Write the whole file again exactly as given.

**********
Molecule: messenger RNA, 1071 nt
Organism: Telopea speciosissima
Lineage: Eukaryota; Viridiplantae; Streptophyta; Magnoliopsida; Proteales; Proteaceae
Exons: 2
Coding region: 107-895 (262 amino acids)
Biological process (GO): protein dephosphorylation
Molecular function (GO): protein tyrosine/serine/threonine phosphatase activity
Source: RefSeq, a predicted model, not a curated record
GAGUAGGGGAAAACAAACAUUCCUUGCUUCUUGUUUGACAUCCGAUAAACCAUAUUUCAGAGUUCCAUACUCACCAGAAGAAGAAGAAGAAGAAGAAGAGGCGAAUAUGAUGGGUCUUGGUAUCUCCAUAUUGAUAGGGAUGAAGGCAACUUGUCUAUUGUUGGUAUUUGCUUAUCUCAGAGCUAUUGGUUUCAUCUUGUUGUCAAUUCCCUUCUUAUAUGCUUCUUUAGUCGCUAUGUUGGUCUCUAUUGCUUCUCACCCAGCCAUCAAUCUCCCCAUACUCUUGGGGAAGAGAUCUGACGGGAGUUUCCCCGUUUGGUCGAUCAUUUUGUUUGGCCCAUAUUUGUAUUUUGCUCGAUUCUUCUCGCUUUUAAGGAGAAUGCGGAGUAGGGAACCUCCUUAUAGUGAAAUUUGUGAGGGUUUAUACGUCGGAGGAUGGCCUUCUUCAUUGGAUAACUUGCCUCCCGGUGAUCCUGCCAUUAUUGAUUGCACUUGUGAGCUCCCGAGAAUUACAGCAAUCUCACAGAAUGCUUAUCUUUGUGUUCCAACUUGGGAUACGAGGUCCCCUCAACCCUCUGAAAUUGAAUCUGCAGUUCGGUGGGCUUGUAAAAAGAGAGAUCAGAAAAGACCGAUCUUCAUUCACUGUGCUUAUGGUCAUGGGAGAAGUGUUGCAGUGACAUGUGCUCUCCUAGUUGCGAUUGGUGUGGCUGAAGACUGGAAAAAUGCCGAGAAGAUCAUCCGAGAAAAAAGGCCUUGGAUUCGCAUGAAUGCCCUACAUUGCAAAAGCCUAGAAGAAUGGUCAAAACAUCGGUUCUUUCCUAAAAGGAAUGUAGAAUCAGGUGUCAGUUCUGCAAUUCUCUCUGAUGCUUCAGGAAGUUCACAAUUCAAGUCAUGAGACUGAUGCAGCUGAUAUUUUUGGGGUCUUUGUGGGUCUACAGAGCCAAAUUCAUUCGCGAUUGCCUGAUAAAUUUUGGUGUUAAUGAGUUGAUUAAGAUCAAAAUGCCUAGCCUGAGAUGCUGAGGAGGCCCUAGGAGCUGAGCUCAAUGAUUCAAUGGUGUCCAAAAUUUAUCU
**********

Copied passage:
Molecule: messenger RNA, 1071 nt
Organism: Telopea speciosissima
Lineage: Eukaryota; Viridiplantae; Streptophyta; Magnoliopsida; Proteales; Proteaceae
Exons: 2
Coding region: 107-895 (262 amino acids)
Biological process (GO): protein dephosphorylation
Molecular function (GO): protein tyrosine/serine/threonine phosphatase activity
Source: RefSeq, a predicted model, not a curated record
GAGUAGGGGAAAACAAACAUUCCUUGCUUCUUGUUUGACAUCCGAUAAACCAUAUUUCAGAGUUCCAUACUCACCAGAAGAAGAAGAAGAAGAAGAAGAGGCGAAUAUGAUGGGUCUUGGUAUCUCCAUAUUGAUAGGGAUGAAGGCAACUUGUCUAUUGUUGGUAUUUGCUUAUCUCAGAGCUAUUGGUUUCAUCUUGUUGUCAAUUCCCUUCUUAUAUGCUUCUUUAGUCGCUAUGUUGGUCUCUAUUGCUUCUCACCCAGCCAUCAAUCUCCCCAUACUCUUGGGGAAGAGAUCUGACGGGAGUUUCCCCGUUUGGUCGAUCAUUUUGUUUGGCCCAUAUUUGUAUUUUGCUCGAUUCUUCUCGCUUUUAAGGAGAAUGCGGAGUAGGGAACCUCCUUAUAGUGAAAUUUGUGAGGGUUUAUACGUCGGAGGAUGGCCUUCUUCAUUGGAUAACUUGCCUCCCGGUGAUCCUGCCAUUAUUGAUUGCACUUGUGAGCUCCCGAGAAUUACAGCAAUCUCACAGAAUGCUUAUCUUUGUGUUCCAACUUGGGAUACGAGGUCCCCUCAACCCUCUGAAAUUGAAUCUGCAGUUCGGUGGGCUUGUAAAAAGAGAGAUCAGAAAAGACCGAUCUUCAUUCACUGUGCUUAUGGUCAUGGGAGAAGUGUUGCAGUGACAUGUGCUCUCCUAGUUGCGAUUGGUGUGGCUGAAGACUGGAAAAAUGCCGAGAAGAUCAUCCGAGAAAAAAGGCCUUGGAUUCGCAUGAAUGCCCUACAUUGCAAAAGCCUAGAAGAAUGGUCAAAACAUCGGUUCUUUCCUAAAAGGAAUGUAGAAUCAGGUGUCAGUUCUGCAAUUCUCUCUGAUGCUUCAGGAAGUUCACAAUUCAAGUCAUGAGACUGAUGCAGCUGAUAUUUUUGGGGUCUUUGUGGGUCUACAGAGCCAAAUUCAUUCGCGAUUGCCUGAUAAAUUUUGGUGUUAAUGAGUUGAUUAAGAUCAAAAUGCCUAGCCUGAGAUGCUGAGGAGGCCCUAGGAGCUGAGCUCAAUGAUUCAAUGGUGUCCAAAAUUUAUCU